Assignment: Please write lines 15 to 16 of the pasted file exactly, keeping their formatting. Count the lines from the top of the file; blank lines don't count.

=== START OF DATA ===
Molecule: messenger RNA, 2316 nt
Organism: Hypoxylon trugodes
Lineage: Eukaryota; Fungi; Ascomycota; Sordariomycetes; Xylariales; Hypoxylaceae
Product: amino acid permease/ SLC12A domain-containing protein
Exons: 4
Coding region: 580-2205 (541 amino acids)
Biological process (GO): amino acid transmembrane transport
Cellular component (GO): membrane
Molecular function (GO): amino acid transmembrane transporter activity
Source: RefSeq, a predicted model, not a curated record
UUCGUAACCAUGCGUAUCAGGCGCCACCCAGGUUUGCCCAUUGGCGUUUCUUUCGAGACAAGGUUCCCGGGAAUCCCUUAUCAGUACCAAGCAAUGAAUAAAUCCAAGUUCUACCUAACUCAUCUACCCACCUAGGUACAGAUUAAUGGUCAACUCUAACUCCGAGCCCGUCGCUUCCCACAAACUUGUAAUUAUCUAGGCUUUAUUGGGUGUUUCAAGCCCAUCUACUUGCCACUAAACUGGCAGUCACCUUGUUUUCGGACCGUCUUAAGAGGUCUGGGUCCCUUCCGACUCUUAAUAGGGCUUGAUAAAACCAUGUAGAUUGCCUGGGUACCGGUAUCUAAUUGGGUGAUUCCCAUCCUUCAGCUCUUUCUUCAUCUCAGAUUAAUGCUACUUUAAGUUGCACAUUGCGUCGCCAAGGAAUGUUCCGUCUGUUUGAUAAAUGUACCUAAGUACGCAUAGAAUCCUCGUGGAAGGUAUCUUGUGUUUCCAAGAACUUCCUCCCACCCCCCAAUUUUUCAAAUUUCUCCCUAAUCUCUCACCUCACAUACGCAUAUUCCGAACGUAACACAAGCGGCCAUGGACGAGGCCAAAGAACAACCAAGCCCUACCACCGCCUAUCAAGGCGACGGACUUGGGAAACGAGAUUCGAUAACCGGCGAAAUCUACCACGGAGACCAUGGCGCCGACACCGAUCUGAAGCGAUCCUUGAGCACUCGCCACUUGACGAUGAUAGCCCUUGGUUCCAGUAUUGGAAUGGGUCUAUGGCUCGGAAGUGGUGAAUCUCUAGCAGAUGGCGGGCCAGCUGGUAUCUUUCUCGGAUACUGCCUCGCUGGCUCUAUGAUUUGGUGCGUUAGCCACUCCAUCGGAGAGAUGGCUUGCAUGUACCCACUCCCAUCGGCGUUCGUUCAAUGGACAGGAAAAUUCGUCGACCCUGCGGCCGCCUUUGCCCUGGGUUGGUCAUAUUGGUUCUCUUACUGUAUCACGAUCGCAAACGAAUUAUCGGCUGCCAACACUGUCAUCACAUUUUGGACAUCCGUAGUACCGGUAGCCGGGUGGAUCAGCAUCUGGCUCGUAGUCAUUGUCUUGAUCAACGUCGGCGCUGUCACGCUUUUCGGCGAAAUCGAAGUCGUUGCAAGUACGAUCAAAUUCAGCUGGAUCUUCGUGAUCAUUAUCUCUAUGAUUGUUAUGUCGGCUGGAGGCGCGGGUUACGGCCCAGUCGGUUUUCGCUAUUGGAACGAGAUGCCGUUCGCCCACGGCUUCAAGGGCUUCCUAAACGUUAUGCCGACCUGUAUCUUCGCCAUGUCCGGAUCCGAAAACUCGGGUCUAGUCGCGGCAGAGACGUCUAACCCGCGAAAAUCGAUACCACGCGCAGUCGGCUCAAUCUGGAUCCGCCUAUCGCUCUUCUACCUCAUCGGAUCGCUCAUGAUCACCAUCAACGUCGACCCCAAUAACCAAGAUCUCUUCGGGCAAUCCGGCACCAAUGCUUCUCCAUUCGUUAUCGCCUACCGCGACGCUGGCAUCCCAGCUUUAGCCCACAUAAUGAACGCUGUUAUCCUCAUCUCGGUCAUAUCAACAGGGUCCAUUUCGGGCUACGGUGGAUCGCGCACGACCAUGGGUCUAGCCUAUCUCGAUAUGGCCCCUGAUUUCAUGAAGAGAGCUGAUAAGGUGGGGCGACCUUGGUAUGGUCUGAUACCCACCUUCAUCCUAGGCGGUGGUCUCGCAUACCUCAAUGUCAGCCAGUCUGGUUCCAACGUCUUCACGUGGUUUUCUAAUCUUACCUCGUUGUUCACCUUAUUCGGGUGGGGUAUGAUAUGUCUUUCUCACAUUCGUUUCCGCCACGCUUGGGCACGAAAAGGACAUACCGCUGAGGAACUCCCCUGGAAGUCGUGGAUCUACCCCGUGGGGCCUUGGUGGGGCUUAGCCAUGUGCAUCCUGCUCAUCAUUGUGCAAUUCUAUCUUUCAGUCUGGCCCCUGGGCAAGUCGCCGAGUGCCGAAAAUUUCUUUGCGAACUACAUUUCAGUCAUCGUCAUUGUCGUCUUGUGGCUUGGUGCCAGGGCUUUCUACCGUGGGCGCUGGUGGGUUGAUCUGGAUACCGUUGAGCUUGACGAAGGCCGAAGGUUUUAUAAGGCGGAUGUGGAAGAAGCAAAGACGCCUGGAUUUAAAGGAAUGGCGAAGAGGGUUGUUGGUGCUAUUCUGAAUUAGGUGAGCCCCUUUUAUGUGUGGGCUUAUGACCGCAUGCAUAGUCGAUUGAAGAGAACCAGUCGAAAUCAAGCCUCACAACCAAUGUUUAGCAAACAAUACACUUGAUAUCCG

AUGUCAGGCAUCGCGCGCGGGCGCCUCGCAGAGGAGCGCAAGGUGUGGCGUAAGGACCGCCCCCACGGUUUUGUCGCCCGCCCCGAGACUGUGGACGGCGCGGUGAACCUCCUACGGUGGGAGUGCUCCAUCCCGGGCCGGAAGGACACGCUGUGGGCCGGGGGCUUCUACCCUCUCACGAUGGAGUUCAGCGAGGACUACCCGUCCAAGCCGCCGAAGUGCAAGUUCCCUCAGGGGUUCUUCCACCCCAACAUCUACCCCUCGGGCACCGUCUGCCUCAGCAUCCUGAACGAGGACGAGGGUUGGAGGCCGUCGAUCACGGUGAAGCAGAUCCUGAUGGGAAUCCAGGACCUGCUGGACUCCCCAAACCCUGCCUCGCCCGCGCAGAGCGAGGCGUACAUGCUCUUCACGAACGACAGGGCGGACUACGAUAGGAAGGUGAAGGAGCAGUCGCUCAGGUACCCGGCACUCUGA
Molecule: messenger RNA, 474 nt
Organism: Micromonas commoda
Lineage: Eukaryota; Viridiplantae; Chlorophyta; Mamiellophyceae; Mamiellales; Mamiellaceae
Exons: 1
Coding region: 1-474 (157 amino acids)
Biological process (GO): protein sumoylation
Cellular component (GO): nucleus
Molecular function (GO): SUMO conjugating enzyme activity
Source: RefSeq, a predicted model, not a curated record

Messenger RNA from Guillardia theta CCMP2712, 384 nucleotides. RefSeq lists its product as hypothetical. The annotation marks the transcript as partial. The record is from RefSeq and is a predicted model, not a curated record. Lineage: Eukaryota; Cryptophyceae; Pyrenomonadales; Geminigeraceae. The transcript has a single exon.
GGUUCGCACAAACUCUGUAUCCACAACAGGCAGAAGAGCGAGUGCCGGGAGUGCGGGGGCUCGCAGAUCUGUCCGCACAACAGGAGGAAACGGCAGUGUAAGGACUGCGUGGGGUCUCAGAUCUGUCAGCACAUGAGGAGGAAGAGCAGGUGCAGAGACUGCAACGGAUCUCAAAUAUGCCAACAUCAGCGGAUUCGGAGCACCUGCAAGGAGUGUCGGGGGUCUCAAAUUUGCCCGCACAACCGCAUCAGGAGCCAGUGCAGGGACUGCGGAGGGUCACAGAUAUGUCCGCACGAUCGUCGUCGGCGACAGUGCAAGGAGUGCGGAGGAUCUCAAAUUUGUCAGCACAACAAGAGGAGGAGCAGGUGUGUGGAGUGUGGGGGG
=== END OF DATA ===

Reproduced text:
Lineage: Eukaryota; Viridiplantae; Chlorophyta; Mamiellophyceae; Mamiellales; Mamiellaceae
Exons: 1